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tv   America Tonight  Al Jazeera  February 6, 2014 4:00am-5:01am EST

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remembering actor philip seymour hoffman. the office of the new york city medical's office said an autopsy did not reveal the exact cause of death. more studies will be needed. i'm thomas drayton. "america tonight" is next. >> on "america tonight" - enforcing the law or breaking it. our indepth look at crime and punishment. new york city's controversial tactic and why the new mayor is putting a halt to the fight against stop and frisk. >> it can be stig mattizing. you are viewed as a criminal because of how you are and the way you look >> a terror alert ahead of the sochi olympics. airlines on the look out for toothpaste - a possible bomb-making ingredient.
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>> there is more to it. we return to a story about a haitian teacher and an extraordinary generous gift from an "america tonight" viewer. >> good evening, i'm joie chen. many american cities face the same challenge - finding and stopping the biggest threats to innocent citizens, especially the ones that may be hiding among them. many police departments around the country look to the controversial, but until now codified in policy tactic used by new york city pd called stop and frisk. it was a tactic aimed at making the streets safer, but unfairly
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they've abusively targeted people of colour. the practice hit home close to home for the brand new mayor, who promised to take action. our indepth look at crime and punishment. sara hoy finds he's taken the first stop to doing that. >> when i come outside i'm standing there across the street and the officers say "hey, you, come over here." on one hand it's like this is another day. that day i was like, "no, man, i'm teaching." i'm a professional. i'm on lunchbreak. a guy can't work? >> this man was on his lunch break when stopped by new york city police officers in 2006. he was teaching second grade in the bronx and was stopped. >> my story is no different. >> clarkson was the target of
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stop and frisk, a tactic where police stop and question people on the street and search them. clarkson said the officers claimed he was coming from a known drug area, and wanted to know if he was carrying anything illegal. stopped. >> i've been stopped since i was 13. it's a normalized part of your life. you expect it to happen. >> in 2008 clarkson was one of federal plaintiffs who filed a lawsuit against the city of new york for discriminatory stop and frisk. by law an officer can stop someone if there's a reasonable suspicion that person has engaged in or will engage in a crime. police can frisk anyone they believe is armed and dangerous. according to the center for constitutional rights the new york city police department conducted 523 stop and frisk in 2012.
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with blacks and latinos - they made up 84% of them. the lead attorney for the lawsuit against the city said stop and frisk practices has a lasting effect on individuals and communities. >> it can be stig mattizing because it happens over and over again. the message is sent that you are viewed as a criminal. they view you as a criminal not because of what you were doing, buts who -- but who you are and the way you look. >> the lawsuit said they were unconstitutional. a federal judge agreed and former mayor, michael bloomberg, appealed the decision. >> it was sad. everyone in the community knows, but a judge has to say it's unconstitutional for the city to realise it. the new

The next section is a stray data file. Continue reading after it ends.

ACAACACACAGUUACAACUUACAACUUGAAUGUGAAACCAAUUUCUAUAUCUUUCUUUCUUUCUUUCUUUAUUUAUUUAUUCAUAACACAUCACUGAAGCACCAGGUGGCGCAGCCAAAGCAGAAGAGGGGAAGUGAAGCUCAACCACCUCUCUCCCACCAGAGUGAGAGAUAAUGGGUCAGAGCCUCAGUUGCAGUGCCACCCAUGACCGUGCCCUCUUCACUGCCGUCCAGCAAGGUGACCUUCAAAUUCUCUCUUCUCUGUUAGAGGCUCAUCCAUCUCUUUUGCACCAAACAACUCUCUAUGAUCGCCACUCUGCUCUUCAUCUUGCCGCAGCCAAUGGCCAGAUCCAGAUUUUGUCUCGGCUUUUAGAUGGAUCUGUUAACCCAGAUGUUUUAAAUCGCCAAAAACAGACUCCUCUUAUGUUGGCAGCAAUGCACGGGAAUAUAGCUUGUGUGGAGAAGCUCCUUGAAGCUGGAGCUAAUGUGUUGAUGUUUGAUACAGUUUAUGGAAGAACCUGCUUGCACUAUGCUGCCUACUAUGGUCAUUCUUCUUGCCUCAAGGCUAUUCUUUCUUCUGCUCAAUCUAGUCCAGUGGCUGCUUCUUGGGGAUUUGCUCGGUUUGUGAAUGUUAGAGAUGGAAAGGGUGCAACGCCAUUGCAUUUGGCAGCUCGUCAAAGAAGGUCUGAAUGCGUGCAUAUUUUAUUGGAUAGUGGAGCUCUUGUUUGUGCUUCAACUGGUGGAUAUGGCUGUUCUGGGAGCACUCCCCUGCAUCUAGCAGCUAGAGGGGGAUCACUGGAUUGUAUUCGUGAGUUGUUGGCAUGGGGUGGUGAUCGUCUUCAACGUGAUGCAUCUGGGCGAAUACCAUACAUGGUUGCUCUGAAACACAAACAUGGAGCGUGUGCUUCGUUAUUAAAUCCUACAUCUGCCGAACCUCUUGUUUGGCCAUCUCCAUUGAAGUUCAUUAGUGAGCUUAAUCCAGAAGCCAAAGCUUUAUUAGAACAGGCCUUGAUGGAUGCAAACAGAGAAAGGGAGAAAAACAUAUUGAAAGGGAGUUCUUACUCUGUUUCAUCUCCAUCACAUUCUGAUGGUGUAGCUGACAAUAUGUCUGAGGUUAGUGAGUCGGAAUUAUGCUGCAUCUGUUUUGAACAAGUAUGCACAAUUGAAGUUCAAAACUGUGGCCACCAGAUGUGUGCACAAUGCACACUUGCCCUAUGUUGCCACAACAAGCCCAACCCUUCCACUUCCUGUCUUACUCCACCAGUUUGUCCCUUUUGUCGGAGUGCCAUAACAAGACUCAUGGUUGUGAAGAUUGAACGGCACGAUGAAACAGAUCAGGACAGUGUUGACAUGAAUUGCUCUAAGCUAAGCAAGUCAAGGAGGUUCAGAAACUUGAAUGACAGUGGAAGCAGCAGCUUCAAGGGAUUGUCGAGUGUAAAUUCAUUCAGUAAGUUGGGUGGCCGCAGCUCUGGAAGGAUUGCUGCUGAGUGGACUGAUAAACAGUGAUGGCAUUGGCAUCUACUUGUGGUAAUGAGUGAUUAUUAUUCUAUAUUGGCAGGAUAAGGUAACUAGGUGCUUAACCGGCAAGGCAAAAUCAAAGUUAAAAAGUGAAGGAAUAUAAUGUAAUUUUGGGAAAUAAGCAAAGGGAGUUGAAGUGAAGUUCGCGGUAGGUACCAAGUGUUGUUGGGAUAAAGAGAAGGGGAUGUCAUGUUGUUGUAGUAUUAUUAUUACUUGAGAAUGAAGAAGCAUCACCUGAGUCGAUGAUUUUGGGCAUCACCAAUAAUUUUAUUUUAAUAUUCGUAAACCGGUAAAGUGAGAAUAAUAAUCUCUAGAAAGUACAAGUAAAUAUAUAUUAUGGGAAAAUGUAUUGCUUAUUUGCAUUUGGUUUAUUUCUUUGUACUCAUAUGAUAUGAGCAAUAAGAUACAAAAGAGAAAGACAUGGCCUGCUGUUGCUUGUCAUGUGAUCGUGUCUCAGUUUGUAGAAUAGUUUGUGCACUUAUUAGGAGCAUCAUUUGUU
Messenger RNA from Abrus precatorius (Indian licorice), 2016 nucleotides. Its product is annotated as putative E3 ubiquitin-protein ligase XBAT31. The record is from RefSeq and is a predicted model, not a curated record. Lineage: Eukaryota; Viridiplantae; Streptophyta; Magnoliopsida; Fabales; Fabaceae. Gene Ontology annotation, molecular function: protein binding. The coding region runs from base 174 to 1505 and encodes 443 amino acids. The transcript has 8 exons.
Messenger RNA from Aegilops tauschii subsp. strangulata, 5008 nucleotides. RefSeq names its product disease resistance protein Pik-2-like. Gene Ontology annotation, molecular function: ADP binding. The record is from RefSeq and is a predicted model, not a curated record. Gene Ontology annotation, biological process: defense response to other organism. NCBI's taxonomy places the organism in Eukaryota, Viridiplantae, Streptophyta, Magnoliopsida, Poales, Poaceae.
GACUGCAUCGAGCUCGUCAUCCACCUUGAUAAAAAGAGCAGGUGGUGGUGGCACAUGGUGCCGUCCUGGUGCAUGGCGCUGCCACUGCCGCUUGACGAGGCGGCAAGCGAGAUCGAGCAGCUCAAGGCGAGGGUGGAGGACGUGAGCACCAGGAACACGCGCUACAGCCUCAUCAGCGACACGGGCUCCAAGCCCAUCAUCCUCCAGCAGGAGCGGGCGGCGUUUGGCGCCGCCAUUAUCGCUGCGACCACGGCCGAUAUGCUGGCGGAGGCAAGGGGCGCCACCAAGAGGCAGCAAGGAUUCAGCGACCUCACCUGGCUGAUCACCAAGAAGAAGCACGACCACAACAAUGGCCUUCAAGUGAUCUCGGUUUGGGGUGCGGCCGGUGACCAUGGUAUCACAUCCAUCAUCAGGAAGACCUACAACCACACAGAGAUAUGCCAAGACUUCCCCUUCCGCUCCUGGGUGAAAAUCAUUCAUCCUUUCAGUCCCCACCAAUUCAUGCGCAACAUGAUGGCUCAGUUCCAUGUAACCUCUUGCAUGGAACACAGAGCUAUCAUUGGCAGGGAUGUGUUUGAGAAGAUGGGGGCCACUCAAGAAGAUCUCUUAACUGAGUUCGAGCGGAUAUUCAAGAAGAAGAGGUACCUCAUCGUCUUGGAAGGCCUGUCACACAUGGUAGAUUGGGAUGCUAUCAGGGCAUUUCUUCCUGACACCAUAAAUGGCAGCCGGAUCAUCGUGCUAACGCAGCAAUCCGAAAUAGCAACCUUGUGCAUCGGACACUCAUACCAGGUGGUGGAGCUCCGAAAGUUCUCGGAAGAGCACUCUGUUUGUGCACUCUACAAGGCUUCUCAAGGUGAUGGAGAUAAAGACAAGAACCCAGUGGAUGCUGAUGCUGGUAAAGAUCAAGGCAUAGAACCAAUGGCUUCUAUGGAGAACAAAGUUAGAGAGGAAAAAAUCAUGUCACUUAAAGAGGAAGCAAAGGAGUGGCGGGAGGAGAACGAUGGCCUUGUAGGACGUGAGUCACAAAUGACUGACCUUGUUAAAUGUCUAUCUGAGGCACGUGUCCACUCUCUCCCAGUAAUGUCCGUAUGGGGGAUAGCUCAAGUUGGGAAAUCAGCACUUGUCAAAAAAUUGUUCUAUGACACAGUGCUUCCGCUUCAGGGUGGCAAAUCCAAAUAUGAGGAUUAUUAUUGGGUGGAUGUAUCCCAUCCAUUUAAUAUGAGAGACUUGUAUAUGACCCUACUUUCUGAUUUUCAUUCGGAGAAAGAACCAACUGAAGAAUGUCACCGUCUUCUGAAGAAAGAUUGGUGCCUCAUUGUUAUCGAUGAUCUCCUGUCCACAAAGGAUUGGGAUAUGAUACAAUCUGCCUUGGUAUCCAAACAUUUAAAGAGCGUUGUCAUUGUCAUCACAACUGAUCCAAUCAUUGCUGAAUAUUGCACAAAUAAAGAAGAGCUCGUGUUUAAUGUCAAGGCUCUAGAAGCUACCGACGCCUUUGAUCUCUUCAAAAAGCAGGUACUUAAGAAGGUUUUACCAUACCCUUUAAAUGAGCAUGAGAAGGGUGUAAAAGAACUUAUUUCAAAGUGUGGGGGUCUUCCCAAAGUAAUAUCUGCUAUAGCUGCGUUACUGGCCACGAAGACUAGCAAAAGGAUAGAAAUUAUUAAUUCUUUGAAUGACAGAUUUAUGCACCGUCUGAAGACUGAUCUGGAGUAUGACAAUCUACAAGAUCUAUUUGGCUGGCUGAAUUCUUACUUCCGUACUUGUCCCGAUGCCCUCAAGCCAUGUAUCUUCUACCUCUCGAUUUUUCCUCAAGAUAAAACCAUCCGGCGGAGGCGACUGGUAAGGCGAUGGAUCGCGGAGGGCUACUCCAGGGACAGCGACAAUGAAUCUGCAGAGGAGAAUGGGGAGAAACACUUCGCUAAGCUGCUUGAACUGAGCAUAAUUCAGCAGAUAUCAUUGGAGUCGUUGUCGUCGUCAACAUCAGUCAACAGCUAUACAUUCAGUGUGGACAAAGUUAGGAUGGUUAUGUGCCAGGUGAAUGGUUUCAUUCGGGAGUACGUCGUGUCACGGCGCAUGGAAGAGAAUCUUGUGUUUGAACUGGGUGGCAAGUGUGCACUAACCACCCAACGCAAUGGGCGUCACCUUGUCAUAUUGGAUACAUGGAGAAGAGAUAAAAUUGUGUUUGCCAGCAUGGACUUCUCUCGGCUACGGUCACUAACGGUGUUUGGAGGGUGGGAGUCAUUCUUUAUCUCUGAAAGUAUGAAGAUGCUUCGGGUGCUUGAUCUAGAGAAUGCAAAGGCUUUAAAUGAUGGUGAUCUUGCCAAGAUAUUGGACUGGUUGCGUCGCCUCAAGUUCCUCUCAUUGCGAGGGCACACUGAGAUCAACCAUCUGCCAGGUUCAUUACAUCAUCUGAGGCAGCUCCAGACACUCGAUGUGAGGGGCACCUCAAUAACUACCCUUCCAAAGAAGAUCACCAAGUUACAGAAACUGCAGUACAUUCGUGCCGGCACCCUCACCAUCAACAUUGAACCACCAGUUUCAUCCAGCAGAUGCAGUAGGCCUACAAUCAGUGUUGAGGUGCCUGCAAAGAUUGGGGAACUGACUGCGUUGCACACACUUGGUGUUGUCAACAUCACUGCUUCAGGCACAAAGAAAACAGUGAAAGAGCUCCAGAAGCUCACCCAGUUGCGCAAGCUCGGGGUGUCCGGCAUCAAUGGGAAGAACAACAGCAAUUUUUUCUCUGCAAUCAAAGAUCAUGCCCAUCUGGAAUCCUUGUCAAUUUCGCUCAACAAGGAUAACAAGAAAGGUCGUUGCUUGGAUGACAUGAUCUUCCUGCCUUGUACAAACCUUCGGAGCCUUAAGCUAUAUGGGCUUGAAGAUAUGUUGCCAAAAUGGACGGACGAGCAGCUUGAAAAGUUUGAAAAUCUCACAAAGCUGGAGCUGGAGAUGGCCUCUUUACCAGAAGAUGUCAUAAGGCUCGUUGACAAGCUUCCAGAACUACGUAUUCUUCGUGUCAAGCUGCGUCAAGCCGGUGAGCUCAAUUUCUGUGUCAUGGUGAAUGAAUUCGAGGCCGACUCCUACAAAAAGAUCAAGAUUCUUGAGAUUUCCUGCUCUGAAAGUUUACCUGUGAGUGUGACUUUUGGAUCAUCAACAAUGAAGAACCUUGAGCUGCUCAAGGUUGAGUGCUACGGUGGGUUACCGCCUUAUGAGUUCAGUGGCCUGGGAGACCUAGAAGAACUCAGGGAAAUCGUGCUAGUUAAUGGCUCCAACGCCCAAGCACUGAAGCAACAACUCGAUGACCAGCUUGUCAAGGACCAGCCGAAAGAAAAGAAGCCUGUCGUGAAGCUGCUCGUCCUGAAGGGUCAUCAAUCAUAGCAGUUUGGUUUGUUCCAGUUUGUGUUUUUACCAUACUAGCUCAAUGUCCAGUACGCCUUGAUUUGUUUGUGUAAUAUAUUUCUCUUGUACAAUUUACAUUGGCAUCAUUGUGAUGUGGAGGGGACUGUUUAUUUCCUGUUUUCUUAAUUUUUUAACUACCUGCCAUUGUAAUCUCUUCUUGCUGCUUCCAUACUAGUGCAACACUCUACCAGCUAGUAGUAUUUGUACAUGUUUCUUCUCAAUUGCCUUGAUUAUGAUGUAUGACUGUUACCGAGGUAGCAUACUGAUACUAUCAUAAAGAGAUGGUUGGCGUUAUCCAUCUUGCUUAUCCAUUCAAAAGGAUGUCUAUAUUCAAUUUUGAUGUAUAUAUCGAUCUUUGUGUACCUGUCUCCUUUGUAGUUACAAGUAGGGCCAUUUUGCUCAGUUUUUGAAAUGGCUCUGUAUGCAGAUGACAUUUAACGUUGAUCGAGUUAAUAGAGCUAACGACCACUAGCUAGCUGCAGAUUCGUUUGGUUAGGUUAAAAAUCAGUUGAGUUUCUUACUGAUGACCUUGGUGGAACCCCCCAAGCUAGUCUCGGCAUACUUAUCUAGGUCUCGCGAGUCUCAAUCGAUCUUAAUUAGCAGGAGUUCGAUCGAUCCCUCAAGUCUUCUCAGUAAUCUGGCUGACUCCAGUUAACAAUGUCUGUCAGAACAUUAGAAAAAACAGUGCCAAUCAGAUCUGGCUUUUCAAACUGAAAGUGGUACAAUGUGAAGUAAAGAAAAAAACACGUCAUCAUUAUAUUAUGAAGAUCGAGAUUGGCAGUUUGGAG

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c comcampaigned on stop and frisk, referencing his son. >> we talked to donte about the fact that he will be stopped. parents all over the city are having that conversation. >> bill de blasio, the only campaigner to make good on stop and frisk. >> bill de blasio last week made good on it, stopping the stop and frisk appeal. >> there'll be no stop and frisk. we came to a settlement. >> what is the settlement? >> it's a simple idea. the new police commissioner says this, you can't break the law to enforce the law. it's as simple that is. >> city officials announced the decision at a community center in brooklyn, an area known for
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stops by the police. in a 6-minute video, the police commissioner said the department policing. >> i intend to focus on police actions and less emphasis on the numbers and more on our impact. >> the stop stop and frisk was years in the making. there were times where we wondered whether we could get to where we wanted to be. to have the city of new york government to recognise what folks have been feeling and admit that it's wrong and have to change is a big deal. >> clarkson was empowered by the lawsuit. for him the victory was bittersweet. it took a lawsuit to change. it's a new day for new york and his eight month old daughter. >> i want my daughter to walk in the city of new york, without feeling that she is a villain or a criminal.
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protected by the police, not from the police. >> sara hoy back with us. the mayor made the decision to drop the appeal. what happens. >> the paperwork has to go through, once through the courts, the citizens, the community, other stakeholders reform. >> what will it look like? what will make a difference? >> there's a number of reforms, such as policemen wearing video cameras, changing forms, training, there's a long list of things that has to happen. the appeal has gone, so it's how do we move forward. >> that has been going on, has been policy for a few years. how big an undertaking is it to reteach officers what they can and can't do. new york city is the largest city in the united states. >> it has one of the largest police departments. those involved are hopeful it